Saturday, 5 September 2009

Chamonix to Zermatt in 6 days

Actually the title is slightly misleading, since we didn't start hiking from Chamonix but stayed on the shuttle bus to Le Tour to miss out the first 10km that follows the valley. However the route still adds up to a hefty 175km with 12,000m ascent split over 6 days!

Day 1 - Le Tour to Arpette (Aug 30th)
19km, 1890 metres of ascent
David, Steffen and I had flown in from Edinburgh and Ellie jumped on a flight from Bristol. We were pushed for time so needed to hit the ground running straight from Geneva airport. The minibus made several drop offs at Les Houches, Chamonix and Argentière so we didn't break trail until 1:20pm in the full heat of the midday sun. The route intially flogs up a 600m climb to the Col de Balme, following the Tour du Mont Blanc. Once over the col we took a tricky rocky high-level short cut via Les Grands before dropping down to Chalet du Glacier, where they sold expensive drinks and claimed to have no drinking water.

From this busy Sunday afternoon ice cream stop we were faced with a gruelling 1100m climb up to the Fenetre d'Arpette. This took far longer than expected and it was 6:30pm when we reached the col, having previously estimated the entire stage would take 4 hours!

The far side of the col was steep, loose and rocky with fine grit over the rocks making for a skittery descent. Lower down the angle eased and eventually a more pastural scene arrived and Steffen and I jogged down the last section arriving at the Arpette Refuge 3 minutes before 8pm, just in time to catch last orders for dinner.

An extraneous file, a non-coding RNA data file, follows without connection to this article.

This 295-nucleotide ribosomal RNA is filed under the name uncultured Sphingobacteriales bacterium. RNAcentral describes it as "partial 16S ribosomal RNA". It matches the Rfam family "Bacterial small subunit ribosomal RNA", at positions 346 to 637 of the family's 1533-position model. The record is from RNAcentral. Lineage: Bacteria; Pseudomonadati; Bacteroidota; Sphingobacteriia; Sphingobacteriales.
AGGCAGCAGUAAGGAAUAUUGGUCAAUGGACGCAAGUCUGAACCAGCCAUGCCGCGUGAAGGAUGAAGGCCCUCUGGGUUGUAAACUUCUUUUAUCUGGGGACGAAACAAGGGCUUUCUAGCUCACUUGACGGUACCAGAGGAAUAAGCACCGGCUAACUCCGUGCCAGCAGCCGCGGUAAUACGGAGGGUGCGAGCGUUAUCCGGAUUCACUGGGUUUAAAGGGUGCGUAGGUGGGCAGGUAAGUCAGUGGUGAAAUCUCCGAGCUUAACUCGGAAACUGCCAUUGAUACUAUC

It was a relief to complete the first stage before nightfall, and we were all tired from a 4am start to catch the flights that morning.

Day 2 - Arpette to Cabane du Mont Fort (Aug 31st)
29km, 1810 metres of ascent
The day started with an easy downhill hike through forest to Champex. There was still evidence of the refugee camp for the UTMB trailers. At this point we parted company with the Tour du Mont Blanc and instead turned north for a long gradual descent to Sembrancher that sits in a wide flat bottomed valley. A few easy miles of hiking brought us to Le Chable at the base of the formidable hill to Cabane du Mont Fort. We raided the local supermarche and stocked up for the 1600m climb. We got slightly lost and missed the turn for Villette but eventually found the old church at Les Verneys and plodded up and up through the forest with fantastic views of the Grand Combin to the south. Once again the hut seemed much further than we were expected, but we eventually hauled our weary bodies up the last few metres to the fine Cabane du Mont Blanc with extensive panoramic views of the whole Mont Blanc massif.

Day 3 - Cabane du Mont Fort to Arolla (Sep 1st)
31km, 1780 metres of ascent
Day 3 provided the wildest sections of glaciated landscape with numerous cols around 2900m. The morning consisted of flogging up steep boulders perched on ice to reach the Col de la Chaux, followed by Col de Louvie and Col de Prafleuri which then had a very steep descent at first, to drop down into a broad bowl of glacial debris. At the Cabane de Prafleuri we took shelter from the frazzling midday sun to grab some lunch, before continuing onwards and upwards to the Col des Roux. Once at this col we could see our next destination - the huge turquoise Lac des Dix reservoir. Speed marching got us to the far end of the lake before too long, but we then had another long complex flog up to the Col de Riematten at 2919m with the weather starting to look a bit dodgy with dark clouds looming.

It was a relief when we crested the col and began the long descent to Arolla. As usual this descent went on longer than anticipated, but we eventually made it into the village centre and checked into the Hotel du Pigne just before it started raining.